Another place to check for some fresh, dark drum’n’bass is Syk2ne’s Bandcamp or Soundcloud page. Lot’s of wicked EP’s right there and not strictly dnb either. It easily crosses over into the next category…

Breakcore

Here we have Ruby my Dear of course with his latest Balloon album. Then there’s Venetian Snares, as always, who not only released Your Face this year but also put up the awesome Thank Your For Your Consideration after fans stepped up when Snares hit a rough patch and could use some extra cash. Sissy Growl and Burgershot are my favorite tracks of 2015 for sure.

Mo breackore? Aww yiss. How about YabaiKore! from the Japanese breakcore collective the Ragga Terror Front. Some really wicked sick stuff in there. Totally worth a listen.

Hardcore techno

Here I have 2 podcasts/radio shows to point out, full of all the hardcore goodness you’d want. First there’s the PRSPCT Recordings radio episodes on Soundcloud. Awesome guests, “great” interviews and quite some nonsense in there. And smashing kicks of course.
We can’t leave without mentioning The Outside Agency podcasts as well. Not quite as frequent but that just makes them all the better.

Hope you find your type of beats and bass in here.
Enjoy the holidays, have a happy NY and see you back in 2016!

Photo by Martin Fisch, cc-licensed.

new ruby my dear album balloon

Ruby My Dear "Balloon" album coverWriting a music review is both hard and kinda pointless. It’s music after all and as long as you don’t listen to it you can read all the text you want but you still won’t know what the hell it sounds like.
So I won’t be copying the info from the press release the lads at Kaometry records where so kind to send me for the latest Ruby My Dear release “Balloon“.

Instead I can say that it’s pretty damn solid breakcore album true to the style Ruby My Dear has developed over the years.
If you like his earlier work like the awesome Ginko EP or his earlier Doc Colibri exploits, you’ll love this one too. If his music is new to you but you like things from electronica artists like Aphex Twin, Venetian Snares or even a slice of Squarepusher, you’ll probably find this a treat as well.

So go check out the previews on the Kaometry records Soundcloud page. It’s coming out this Monday the 14th of December, so hit your record store and get that vinyl record or digital album full of breakcore goodness!

disabling Dell software without uninstalling

Yes, a cat. Cause it's the internet after all.

You know how it goes. You get this new and shiny computer from big computer company X and with it you don’t only get your OEM licensed Windows OS but also some “super handy” tools X happened to install just for you.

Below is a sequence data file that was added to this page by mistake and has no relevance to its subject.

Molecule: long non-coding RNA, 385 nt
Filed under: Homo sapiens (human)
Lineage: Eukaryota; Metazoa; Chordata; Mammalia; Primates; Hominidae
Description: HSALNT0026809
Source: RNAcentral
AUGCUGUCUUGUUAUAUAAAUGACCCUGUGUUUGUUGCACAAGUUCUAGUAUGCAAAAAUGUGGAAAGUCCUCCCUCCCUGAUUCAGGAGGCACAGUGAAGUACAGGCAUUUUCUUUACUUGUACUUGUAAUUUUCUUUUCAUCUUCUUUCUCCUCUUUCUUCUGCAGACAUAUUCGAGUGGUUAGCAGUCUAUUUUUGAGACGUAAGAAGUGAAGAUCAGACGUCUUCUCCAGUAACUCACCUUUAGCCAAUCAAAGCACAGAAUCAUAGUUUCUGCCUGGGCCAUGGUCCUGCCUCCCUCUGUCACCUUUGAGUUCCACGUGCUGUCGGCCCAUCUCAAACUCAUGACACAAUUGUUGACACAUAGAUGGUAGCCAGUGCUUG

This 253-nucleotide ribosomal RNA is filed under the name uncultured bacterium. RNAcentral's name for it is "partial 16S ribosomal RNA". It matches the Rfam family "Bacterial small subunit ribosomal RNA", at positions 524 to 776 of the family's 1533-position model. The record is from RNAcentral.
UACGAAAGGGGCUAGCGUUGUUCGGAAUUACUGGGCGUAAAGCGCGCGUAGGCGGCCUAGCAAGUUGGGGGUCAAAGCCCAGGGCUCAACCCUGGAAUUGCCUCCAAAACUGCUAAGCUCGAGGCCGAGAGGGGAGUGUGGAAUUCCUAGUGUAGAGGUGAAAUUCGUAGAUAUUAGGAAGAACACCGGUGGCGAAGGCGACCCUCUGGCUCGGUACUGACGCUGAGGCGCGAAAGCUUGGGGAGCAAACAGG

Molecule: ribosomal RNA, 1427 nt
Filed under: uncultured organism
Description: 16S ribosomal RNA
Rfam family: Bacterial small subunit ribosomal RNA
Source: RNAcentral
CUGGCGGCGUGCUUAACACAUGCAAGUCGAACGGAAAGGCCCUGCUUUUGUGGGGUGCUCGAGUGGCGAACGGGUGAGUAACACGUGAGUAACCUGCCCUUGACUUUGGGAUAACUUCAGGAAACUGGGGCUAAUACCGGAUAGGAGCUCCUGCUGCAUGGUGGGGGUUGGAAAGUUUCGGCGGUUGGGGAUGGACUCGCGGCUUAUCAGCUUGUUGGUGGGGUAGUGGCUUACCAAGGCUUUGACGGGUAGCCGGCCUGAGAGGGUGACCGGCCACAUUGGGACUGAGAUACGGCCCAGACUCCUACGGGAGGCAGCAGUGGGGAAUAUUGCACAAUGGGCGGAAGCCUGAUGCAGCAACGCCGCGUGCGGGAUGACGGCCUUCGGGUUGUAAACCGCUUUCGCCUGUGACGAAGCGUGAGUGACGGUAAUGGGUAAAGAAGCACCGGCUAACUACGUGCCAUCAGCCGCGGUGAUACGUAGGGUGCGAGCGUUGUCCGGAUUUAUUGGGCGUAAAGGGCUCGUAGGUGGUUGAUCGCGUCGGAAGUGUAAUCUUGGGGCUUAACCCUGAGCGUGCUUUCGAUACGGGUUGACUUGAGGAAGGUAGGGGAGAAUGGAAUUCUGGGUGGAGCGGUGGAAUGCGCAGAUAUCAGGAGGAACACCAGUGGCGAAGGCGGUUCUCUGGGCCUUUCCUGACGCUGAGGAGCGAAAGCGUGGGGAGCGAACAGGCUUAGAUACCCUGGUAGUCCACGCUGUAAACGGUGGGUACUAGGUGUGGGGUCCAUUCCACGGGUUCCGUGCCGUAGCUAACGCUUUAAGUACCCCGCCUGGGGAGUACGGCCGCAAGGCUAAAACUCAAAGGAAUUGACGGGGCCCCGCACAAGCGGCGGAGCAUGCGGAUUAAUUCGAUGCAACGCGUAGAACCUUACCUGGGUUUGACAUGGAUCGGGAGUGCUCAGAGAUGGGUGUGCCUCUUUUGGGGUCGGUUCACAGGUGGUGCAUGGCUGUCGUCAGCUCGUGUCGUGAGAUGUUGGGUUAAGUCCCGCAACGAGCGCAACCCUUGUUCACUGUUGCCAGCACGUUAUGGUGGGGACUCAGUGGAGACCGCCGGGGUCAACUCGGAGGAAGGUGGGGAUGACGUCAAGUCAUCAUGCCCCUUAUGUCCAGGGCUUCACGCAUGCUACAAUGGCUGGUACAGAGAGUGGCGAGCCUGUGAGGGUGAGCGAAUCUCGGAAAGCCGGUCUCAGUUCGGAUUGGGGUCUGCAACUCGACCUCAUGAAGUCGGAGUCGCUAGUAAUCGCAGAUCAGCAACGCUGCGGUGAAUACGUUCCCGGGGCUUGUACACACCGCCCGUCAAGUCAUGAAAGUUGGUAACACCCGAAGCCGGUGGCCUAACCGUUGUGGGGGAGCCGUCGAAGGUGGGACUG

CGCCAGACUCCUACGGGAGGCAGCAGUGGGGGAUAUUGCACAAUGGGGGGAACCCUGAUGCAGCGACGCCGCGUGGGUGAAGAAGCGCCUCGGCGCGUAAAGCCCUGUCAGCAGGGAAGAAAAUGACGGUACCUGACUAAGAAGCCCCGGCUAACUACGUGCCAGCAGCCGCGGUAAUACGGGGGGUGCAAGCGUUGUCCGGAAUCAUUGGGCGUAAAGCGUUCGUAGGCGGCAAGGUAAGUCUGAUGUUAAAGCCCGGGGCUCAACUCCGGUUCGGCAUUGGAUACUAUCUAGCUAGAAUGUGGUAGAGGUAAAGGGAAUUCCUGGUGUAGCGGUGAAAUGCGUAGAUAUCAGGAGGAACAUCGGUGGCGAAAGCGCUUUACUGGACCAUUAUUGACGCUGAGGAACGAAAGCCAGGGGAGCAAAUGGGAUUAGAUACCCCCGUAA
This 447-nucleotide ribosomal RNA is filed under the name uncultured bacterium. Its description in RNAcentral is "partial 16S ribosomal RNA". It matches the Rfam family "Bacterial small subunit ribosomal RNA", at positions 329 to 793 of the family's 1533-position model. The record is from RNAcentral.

Dell is no different so mine come with Dell Data Vault, Dell SupportAssist and Dell Update Service. All of this is (of course) for your own benefit to update your machine to the latest drivers and blah blah blah, even though anything crucial is sent through Windows update anyway.

The downside is that these things are constantly running and using up your precious CPU and memory, while you’ll probably never need them. Ever. Oh, and they also come with some security vulnerabilities apparently, which is always a good reason to kick their butt.

I don’t know what Dell Data Vault even does and don’t care to either (it’s backup software probably). To make things worse it even causes my system to lag sometimes which I notice as my audio glitches up when that happens. I don’t always listen to breakcore you know, so I do noticed that sometimes.

I also noticed that uninstalling Dell Data Service is pointless as (I think) the Dell UpdateService will just reinstall it. Which sucks.

So I see two options.

  1. Uninstalling all Dell related software. This is kinda drastic and you might want that stuff if you need support after all.
  2. Disable the software and prevent it from starting up altogether.

So how do you stop those services from starting up automatically? Here’s how:

  1. On you desktop, press WindowsKey-R, this brings up the Run prompt.
  2. Type services.msc and hit enter. This brings up the list of services installed on your machine.
  3. Look for the Dell ones in the list.
  4. Open them, one by one, and in the General tab select the startup type “Disabled”.
  5. Hit “OK” to save.

How to disable a service from auto-starting.Note that in the screenshot I’m disabling a completely innocent service per demonstration as I don’t have a Dell machine handy with an English version of Windows on it.

From now on those pesky services won’t be wasting your resources anymore, untill the day you might need them again. All you have to do then is go back into the services console and switch the startup type back to Automatic and save.
Then right-click the services in the list and choose “Start”, or simply reboot the machine.

But we’re not quite there yet. There’s still the case of PCDoctor and the SupportAssist client. Those sneaky startups are hidden in the scheduled tasks. You can disable them using the Task Scheduler like this:

  1. Press WinKey-R and type Taskschd.msc, press enter.
  2. In the list of scheduled tasks in the root node you’ll see a “Dell SupportAssistAgent AutoUpdate” or something similar.
  3. Right click the task and choose “Disable”.
  4. Repeat for any other Dell tasks in there.

They don’t all have “Dell” in their name, but if you check the Action tab below the path to the executable will give them away (like in the screenshot). In my case I had some additional PCD (PC Doctor) tasks and one SystemToolsDailyTest task to disable.

Another good tool to disable scheduled tasks if from the CCleaner tools menu, or by using the SysInternals Autoruns tool.The name of the task doesn't tell, but the path to the executable does indicate it's a piece of Dell software.

This worked for me, but as is mostly the case with things you find on the internet… use this info wisely and at your own risk. ;)

Photo by Massimo Regonati, cc-licensed.